Early in my career and as I began specializing my practice in estate planning, I always found aspects of drafting and explaining health care powers of attorney and advance directives to be peculiar to my background. Using terminology such as “persistent vegetative state”, “advanced dementia” and “artificial hydration and nutrition” felt out of place in a law office. Additionally, evaluating a person’s mental capacity requisite to execute certain legal documents was daunting with no academic background in physiology. I had not taken so much as a basic biology course since my freshman year at North Carolina State University circa 2002/2003. Nevertheless, I understood the legal effect and implications of the documents and sought to keep the medical aspects simple, advising clients to consult with their medical professionals.
But through the years, out of necessity in some cases and simply to become a better all-around counselor for my clients, I have tried to understand the basics of the medical issues and end of life scenarios that concern and face my clients. I have acquired this knowledge through listening to clients regarding their firsthand experience, speaking to medical professionals including my two sisters, one a Nurse Practitioner and the other a Physician Assistant, and my own independent research.
At this point in my career, I am comfortable having a conversation with clients about dementia, Alzheimer’s, life sustaining procedures and the many other medical topics which impact estate planning. I am also comfortable making a professional judgment with respect to an elderly client’s capacity to execute a power of attorney or a last will and testament.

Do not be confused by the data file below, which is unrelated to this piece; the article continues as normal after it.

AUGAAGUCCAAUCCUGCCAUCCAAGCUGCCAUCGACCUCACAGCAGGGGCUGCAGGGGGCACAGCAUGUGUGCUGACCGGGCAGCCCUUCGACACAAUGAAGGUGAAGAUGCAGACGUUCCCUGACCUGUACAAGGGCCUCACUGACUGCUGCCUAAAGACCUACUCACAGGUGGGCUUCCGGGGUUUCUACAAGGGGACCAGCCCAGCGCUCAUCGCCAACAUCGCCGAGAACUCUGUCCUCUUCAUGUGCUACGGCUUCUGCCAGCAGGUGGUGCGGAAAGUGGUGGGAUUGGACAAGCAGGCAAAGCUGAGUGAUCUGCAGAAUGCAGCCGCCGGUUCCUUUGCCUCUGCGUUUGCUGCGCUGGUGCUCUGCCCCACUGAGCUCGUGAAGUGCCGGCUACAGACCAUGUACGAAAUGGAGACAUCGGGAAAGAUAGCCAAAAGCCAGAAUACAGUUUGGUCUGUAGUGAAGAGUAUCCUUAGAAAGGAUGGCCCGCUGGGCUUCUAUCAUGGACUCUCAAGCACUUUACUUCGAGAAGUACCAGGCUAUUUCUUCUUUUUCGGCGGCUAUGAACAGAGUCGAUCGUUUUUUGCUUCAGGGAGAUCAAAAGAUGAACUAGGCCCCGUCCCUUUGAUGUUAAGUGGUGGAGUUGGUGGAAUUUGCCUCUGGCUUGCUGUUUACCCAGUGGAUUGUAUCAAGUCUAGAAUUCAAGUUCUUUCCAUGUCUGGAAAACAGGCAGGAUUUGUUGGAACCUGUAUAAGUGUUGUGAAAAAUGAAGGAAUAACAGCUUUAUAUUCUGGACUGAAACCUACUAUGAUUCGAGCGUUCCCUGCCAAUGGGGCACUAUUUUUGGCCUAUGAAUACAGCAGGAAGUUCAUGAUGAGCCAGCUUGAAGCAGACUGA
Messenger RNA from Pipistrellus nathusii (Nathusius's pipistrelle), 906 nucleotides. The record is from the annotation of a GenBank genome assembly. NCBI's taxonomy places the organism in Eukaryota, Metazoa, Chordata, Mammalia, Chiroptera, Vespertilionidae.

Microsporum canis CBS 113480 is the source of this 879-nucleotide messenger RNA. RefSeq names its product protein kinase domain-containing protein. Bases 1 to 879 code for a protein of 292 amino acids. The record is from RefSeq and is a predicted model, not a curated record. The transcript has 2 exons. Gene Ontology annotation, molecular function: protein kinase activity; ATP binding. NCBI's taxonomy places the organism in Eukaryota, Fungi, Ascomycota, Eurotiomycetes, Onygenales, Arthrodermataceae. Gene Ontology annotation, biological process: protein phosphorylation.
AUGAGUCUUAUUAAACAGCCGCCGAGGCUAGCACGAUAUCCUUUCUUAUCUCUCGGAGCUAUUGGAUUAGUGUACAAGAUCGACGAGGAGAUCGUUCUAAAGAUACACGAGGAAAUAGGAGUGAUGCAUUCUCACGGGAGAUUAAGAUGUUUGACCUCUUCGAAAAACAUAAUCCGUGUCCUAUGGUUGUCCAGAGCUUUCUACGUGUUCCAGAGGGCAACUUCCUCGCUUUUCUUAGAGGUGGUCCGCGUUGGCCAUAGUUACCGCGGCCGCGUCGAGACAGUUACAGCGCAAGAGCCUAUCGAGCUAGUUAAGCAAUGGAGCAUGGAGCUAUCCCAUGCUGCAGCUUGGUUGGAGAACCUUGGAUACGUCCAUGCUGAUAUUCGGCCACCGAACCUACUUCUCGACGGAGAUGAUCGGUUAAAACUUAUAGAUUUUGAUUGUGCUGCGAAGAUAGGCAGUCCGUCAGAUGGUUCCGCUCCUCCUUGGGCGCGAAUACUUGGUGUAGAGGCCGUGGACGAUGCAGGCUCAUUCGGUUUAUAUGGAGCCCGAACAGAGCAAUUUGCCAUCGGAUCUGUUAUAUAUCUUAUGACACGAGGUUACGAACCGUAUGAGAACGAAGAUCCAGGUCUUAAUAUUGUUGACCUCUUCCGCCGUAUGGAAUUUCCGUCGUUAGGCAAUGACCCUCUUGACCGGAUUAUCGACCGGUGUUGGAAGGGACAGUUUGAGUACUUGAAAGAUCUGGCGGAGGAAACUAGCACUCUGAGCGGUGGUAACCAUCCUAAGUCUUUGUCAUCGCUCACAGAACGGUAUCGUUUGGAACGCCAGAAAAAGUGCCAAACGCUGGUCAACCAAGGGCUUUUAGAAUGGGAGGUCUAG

So, why is a basic understanding of these medical topics important in estate planning? Well, several reasons. First, a big part of estate planning is planning for incapacity which, by definition, involves someone’s mental and physical health. As estate planners, we plan for and confront situations where a person is incapable of effectively making and communicating their own financial and/or health care decisions. We do this with the use of powers of attorney and, when necessary, guardianship proceedings. Understanding the health situations where these tools may be needed is often as important as the legal effect and implications of the documents. Additionally, estate planners must evaluate the capacity of clients to ensure they have the requisite capacity required to execute a legal document. While the law presumes individuals to be competent and, for practitioners such as myself, the autonomy of clients with diminished capacity, to the extent possible and permitted, is valued, a lawyer must be knowledgeable of clear indicators that a client is incapacitated. Attorneys are ethically prohibited from allowing an incapacitated person to execute estate planning documents. Finally, estate planning involves clients who are often aging so issues such as long-term care, ailments, treatments, hospice and, ultimately, death often confront the attorney.
In sister blogs, I will address some of the more specific medical topics in estate planning such as estate planning health care documents versus medical orders and testamentary and contractual capacity.